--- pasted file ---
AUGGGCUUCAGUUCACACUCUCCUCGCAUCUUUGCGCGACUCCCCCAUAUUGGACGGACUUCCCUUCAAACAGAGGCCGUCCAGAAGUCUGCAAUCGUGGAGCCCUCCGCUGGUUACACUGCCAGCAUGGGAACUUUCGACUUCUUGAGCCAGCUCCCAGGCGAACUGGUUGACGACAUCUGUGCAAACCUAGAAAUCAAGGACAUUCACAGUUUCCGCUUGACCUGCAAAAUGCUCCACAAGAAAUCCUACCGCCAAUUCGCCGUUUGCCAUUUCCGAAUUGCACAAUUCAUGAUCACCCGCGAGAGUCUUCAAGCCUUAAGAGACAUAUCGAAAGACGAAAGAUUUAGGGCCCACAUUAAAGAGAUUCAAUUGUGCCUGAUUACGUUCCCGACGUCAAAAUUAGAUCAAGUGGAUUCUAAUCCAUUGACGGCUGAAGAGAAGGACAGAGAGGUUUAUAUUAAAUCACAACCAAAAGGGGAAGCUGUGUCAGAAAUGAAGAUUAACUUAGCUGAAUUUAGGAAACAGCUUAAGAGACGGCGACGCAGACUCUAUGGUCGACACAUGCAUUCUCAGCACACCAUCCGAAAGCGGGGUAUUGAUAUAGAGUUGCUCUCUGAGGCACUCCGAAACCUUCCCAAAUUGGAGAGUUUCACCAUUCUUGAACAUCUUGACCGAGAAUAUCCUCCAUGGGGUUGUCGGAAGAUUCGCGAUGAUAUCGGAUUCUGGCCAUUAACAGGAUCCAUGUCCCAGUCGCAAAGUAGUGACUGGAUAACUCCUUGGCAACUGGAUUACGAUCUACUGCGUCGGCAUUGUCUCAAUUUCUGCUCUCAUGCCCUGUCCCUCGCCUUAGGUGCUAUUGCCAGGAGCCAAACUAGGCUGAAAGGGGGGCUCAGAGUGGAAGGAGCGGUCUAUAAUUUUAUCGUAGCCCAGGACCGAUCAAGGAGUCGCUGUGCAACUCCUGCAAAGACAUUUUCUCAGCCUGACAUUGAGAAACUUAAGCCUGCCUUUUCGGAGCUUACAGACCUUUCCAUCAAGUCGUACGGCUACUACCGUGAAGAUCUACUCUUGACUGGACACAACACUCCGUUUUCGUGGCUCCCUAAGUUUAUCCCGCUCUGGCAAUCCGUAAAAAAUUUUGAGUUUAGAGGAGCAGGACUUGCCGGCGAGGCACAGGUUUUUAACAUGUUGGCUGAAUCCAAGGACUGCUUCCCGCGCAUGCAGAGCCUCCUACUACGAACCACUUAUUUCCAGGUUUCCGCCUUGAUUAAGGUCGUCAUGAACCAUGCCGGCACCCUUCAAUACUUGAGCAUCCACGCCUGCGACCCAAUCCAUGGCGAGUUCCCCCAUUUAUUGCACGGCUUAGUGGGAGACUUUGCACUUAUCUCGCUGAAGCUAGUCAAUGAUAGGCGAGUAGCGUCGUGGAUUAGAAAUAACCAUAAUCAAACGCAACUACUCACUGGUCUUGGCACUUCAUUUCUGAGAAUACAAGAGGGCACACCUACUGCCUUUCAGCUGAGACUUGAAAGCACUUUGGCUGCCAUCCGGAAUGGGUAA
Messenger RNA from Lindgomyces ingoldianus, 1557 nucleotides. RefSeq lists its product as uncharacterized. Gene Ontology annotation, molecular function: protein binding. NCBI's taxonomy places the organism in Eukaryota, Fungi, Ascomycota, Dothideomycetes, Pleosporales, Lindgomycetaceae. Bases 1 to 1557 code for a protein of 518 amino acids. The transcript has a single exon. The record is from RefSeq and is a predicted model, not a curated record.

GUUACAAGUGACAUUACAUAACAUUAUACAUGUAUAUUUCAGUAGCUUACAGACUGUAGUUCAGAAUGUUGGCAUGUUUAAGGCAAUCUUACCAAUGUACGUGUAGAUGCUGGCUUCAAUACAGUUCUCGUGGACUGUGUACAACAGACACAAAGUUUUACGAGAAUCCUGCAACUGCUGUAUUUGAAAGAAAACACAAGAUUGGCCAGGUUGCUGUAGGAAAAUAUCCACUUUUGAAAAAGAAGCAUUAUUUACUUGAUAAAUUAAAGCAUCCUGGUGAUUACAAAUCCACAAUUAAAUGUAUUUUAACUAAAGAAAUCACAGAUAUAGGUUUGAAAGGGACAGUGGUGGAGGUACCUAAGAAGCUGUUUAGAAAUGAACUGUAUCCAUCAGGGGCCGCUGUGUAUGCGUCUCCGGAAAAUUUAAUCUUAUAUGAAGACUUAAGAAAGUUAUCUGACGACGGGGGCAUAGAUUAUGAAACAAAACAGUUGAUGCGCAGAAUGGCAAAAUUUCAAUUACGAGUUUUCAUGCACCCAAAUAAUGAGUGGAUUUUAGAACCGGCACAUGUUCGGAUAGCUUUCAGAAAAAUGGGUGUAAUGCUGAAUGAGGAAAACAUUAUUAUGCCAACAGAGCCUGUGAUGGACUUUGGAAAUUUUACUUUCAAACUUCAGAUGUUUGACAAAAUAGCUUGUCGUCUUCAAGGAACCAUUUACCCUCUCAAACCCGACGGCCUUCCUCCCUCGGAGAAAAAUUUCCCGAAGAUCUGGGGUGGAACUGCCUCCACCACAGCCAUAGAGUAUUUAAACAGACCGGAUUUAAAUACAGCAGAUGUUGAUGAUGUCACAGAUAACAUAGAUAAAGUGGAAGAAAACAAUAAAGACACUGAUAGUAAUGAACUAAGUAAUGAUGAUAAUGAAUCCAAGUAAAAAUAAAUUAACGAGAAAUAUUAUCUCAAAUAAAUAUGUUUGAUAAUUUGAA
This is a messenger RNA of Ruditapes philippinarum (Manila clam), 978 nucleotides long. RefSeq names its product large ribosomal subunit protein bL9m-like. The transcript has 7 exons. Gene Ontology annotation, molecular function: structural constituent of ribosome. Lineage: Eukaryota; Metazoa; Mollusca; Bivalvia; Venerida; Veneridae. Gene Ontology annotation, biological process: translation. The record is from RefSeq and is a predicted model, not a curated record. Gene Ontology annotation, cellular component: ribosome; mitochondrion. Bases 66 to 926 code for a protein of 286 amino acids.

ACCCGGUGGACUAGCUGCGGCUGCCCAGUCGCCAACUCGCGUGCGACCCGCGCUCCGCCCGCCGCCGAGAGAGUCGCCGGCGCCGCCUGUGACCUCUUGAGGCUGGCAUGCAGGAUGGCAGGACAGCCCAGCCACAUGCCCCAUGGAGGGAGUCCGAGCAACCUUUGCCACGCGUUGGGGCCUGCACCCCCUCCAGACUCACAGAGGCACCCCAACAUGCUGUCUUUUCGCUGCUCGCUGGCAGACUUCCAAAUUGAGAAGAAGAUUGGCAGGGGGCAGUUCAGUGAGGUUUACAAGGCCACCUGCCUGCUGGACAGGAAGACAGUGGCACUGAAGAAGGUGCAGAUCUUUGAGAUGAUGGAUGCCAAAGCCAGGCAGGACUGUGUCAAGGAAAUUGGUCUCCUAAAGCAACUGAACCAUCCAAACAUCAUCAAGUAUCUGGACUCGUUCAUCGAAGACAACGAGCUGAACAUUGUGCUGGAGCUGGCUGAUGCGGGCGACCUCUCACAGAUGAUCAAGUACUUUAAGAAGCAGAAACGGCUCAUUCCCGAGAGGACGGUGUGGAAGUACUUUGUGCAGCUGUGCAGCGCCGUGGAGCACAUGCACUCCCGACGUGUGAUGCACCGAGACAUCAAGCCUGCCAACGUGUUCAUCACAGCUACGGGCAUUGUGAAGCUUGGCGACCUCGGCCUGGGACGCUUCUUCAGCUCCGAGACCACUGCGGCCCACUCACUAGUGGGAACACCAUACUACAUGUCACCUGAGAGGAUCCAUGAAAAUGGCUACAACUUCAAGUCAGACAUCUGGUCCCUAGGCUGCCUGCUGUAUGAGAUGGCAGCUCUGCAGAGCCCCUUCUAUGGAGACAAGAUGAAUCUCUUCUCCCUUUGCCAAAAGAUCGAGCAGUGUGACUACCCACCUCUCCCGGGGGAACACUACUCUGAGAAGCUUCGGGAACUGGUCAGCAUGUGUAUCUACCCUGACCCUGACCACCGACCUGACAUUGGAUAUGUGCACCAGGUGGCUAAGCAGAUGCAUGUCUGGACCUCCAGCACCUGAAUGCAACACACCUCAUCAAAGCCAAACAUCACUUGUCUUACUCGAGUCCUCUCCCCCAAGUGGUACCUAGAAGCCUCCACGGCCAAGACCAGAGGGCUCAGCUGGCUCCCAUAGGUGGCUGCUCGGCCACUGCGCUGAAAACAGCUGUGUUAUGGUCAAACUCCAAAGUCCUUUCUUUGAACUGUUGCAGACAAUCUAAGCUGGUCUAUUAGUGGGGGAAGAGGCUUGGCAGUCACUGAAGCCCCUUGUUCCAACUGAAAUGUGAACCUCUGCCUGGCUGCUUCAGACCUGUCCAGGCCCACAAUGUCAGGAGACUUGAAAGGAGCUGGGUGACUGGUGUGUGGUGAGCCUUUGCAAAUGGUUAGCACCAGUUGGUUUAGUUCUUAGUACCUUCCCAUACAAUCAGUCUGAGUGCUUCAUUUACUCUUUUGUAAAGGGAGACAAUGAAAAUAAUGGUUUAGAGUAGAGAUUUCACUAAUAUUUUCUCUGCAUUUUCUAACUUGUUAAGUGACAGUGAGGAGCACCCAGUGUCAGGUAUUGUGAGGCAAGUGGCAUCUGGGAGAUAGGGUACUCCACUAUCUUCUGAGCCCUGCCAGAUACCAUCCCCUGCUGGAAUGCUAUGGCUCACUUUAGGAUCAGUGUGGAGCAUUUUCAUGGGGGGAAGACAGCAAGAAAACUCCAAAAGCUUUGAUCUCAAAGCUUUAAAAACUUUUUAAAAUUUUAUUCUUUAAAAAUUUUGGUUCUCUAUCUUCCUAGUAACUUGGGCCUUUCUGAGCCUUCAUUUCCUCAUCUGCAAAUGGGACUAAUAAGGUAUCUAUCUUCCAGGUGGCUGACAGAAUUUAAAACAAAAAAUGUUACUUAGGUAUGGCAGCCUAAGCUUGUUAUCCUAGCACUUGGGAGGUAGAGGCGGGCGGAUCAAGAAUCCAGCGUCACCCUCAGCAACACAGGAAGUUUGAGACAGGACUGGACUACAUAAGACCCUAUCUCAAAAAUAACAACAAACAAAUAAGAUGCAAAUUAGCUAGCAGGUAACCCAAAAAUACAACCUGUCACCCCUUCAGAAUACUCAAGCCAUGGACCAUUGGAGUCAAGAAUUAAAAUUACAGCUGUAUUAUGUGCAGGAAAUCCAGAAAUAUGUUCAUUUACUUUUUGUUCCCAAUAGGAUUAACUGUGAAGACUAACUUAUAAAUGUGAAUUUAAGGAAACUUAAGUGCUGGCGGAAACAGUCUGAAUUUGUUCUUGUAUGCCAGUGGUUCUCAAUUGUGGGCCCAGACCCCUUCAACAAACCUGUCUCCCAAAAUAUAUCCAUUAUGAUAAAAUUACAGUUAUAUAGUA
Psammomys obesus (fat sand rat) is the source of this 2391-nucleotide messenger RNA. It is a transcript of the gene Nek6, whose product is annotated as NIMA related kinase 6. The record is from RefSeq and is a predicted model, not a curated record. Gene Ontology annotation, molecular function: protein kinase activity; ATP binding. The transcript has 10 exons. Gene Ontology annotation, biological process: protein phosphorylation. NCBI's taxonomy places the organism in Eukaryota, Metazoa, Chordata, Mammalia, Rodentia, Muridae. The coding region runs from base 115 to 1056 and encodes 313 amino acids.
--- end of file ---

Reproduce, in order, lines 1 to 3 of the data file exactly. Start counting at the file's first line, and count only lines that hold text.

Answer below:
AUGGGCUUCAGUUCACACUCUCCUCGCAUCUUUGCGCGACUCCCCCAUAUUGGACGGACUUCCCUUCAAACAGAGGCCGUCCAGAAGUCUGCAAUCGUGGAGCCCUCCGCUGGUUACACUGCCAGCAUGGGAACUUUCGACUUCUUGAGCCAGCUCCCAGGCGAACUGGUUGACGACAUCUGUGCAAACCUAGAAAUCAAGGACAUUCACAGUUUCCGCUUGACCUGCAAAAUGCUCCACAAGAAAUCCUACCGCCAAUUCGCCGUUUGCCAUUUCCGAAUUGCACAAUUCAUGAUCACCCGCGAGAGUCUUCAAGCCUUAAGAGACAUAUCGAAAGACGAAAGAUUUAGGGCCCACAUUAAAGAGAUUCAAUUGUGCCUGAUUACGUUCCCGACGUCAAAAUUAGAUCAAGUGGAUUCUAAUCCAUUGACGGCUGAAGAGAAGGACAGAGAGGUUUAUAUUAAAUCACAACCAAAAGGGGAAGCUGUGUCAGAAAUGAAGAUUAACUUAGCUGAAUUUAGGAAACAGCUUAAGAGACGGCGACGCAGACUCUAUGGUCGACACAUGCAUUCUCAGCACACCAUCCGAAAGCGGGGUAUUGAUAUAGAGUUGCUCUCUGAGGCACUCCGAAACCUUCCCAAAUUGGAGAGUUUCACCAUUCUUGAACAUCUUGACCGAGAAUAUCCUCCAUGGGGUUGUCGGAAGAUUCGCGAUGAUAUCGGAUUCUGGCCAUUAACAGGAUCCAUGUCCCAGUCGCAAAGUAGUGACUGGAUAACUCCUUGGCAACUGGAUUACGAUCUACUGCGUCGGCAUUGUCUCAAUUUCUGCUCUCAUGCCCUGUCCCUCGCCUUAGGUGCUAUUGCCAGGAGCCAAACUAGGCUGAAAGGGGGGCUCAGAGUGGAAGGAGCGGUCUAUAAUUUUAUCGUAGCCCAGGACCGAUCAAGGAGUCGCUGUGCAACUCCUGCAAAGACAUUUUCUCAGCCUGACAUUGAGAAACUUAAGCCUGCCUUUUCGGAGCUUACAGACCUUUCCAUCAAGUCGUACGGCUACUACCGUGAAGAUCUACUCUUGACUGGACACAACACUCCGUUUUCGUGGCUCCCUAAGUUUAUCCCGCUCUGGCAAUCCGUAAAAAAUUUUGAGUUUAGAGGAGCAGGACUUGCCGGCGAGGCACAGGUUUUUAACAUGUUGGCUGAAUCCAAGGACUGCUUCCCGCGCAUGCAGAGCCUCCUACUACGAACCACUUAUUUCCAGGUUUCCGCCUUGAUUAAGGUCGUCAUGAACCAUGCCGGCACCCUUCAAUACUUGAGCAUCCACGCCUGCGACCCAAUCCAUGGCGAGUUCCCCCAUUUAUUGCACGGCUUAGUGGGAGACUUUGCACUUAUCUCGCUGAAGCUAGUCAAUGAUAGGCGAGUAGCGUCGUGGAUUAGAAAUAACCAUAAUCAAACGCAACUACUCACUGGUCUUGGCACUUCAUUUCUGAGAAUACAAGAGGGCACACCUACUGCCUUUCAGCUGAGACUUGAAAGCACUUUGGCUGCCAUCCGGAAUGGGUAA
Messenger RNA from Lindgomyces ingoldianus, 1557 nucleotides. RefSeq lists its product as uncharacterized. Gene Ontology annotation, molecular function: protein binding. NCBI's taxonomy places the organism in Eukaryota, Fungi, Ascomycota, Dothideomycetes, Pleosporales, Lindgomycetaceae. Bases 1 to 1557 code for a protein of 518 amino acids. The transcript has a single exon. The record is from RefSeq and is a predicted model, not a curated record.

GUUACAAGUGACAUUACAUAACAUUAUACAUGUAUAUUUCAGUAGCUUACAGACUGUAGUUCAGAAUGUUGGCAUGUUUAAGGCAAUCUUACCAAUGUACGUGUAGAUGCUGGCUUCAAUACAGUUCUCGUGGACUGUGUACAACAGACACAAAGUUUUACGAGAAUCCUGCAACUGCUGUAUUUGAAAGAAAACACAAGAUUGGCCAGGUUGCUGUAGGAAAAUAUCCACUUUUGAAAAAGAAGCAUUAUUUACUUGAUAAAUUAAAGCAUCCUGGUGAUUACAAAUCCACAAUUAAAUGUAUUUUAACUAAAGAAAUCACAGAUAUAGGUUUGAAAGGGACAGUGGUGGAGGUACCUAAGAAGCUGUUUAGAAAUGAACUGUAUCCAUCAGGGGCCGCUGUGUAUGCGUCUCCGGAAAAUUUAAUCUUAUAUGAAGACUUAAGAAAGUUAUCUGACGACGGGGGCAUAGAUUAUGAAACAAAACAGUUGAUGCGCAGAAUGGCAAAAUUUCAAUUACGAGUUUUCAUGCACCCAAAUAAUGAGUGGAUUUUAGAACCGGCACAUGUUCGGAUAGCUUUCAGAAAAAUGGGUGUAAUGCUGAAUGAGGAAAACAUUAUUAUGCCAACAGAGCCUGUGAUGGACUUUGGAAAUUUUACUUUCAAACUUCAGAUGUUUGACAAAAUAGCUUGUCGUCUUCAAGGAACCAUUUACCCUCUCAAACCCGACGGCCUUCCUCCCUCGGAGAAAAAUUUCCCGAAGAUCUGGGGUGGAACUGCCUCCACCACAGCCAUAGAGUAUUUAAACAGACCGGAUUUAAAUACAGCAGAUGUUGAUGAUGUCACAGAUAACAUAGAUAAAGUGGAAGAAAACAAUAAAGACACUGAUAGUAAUGAACUAAGUAAUGAUGAUAAUGAAUCCAAGUAAAAAUAAAUUAACGAGAAAUAUUAUCUCAAAUAAAUAUGUUUGAUAAUUUGAA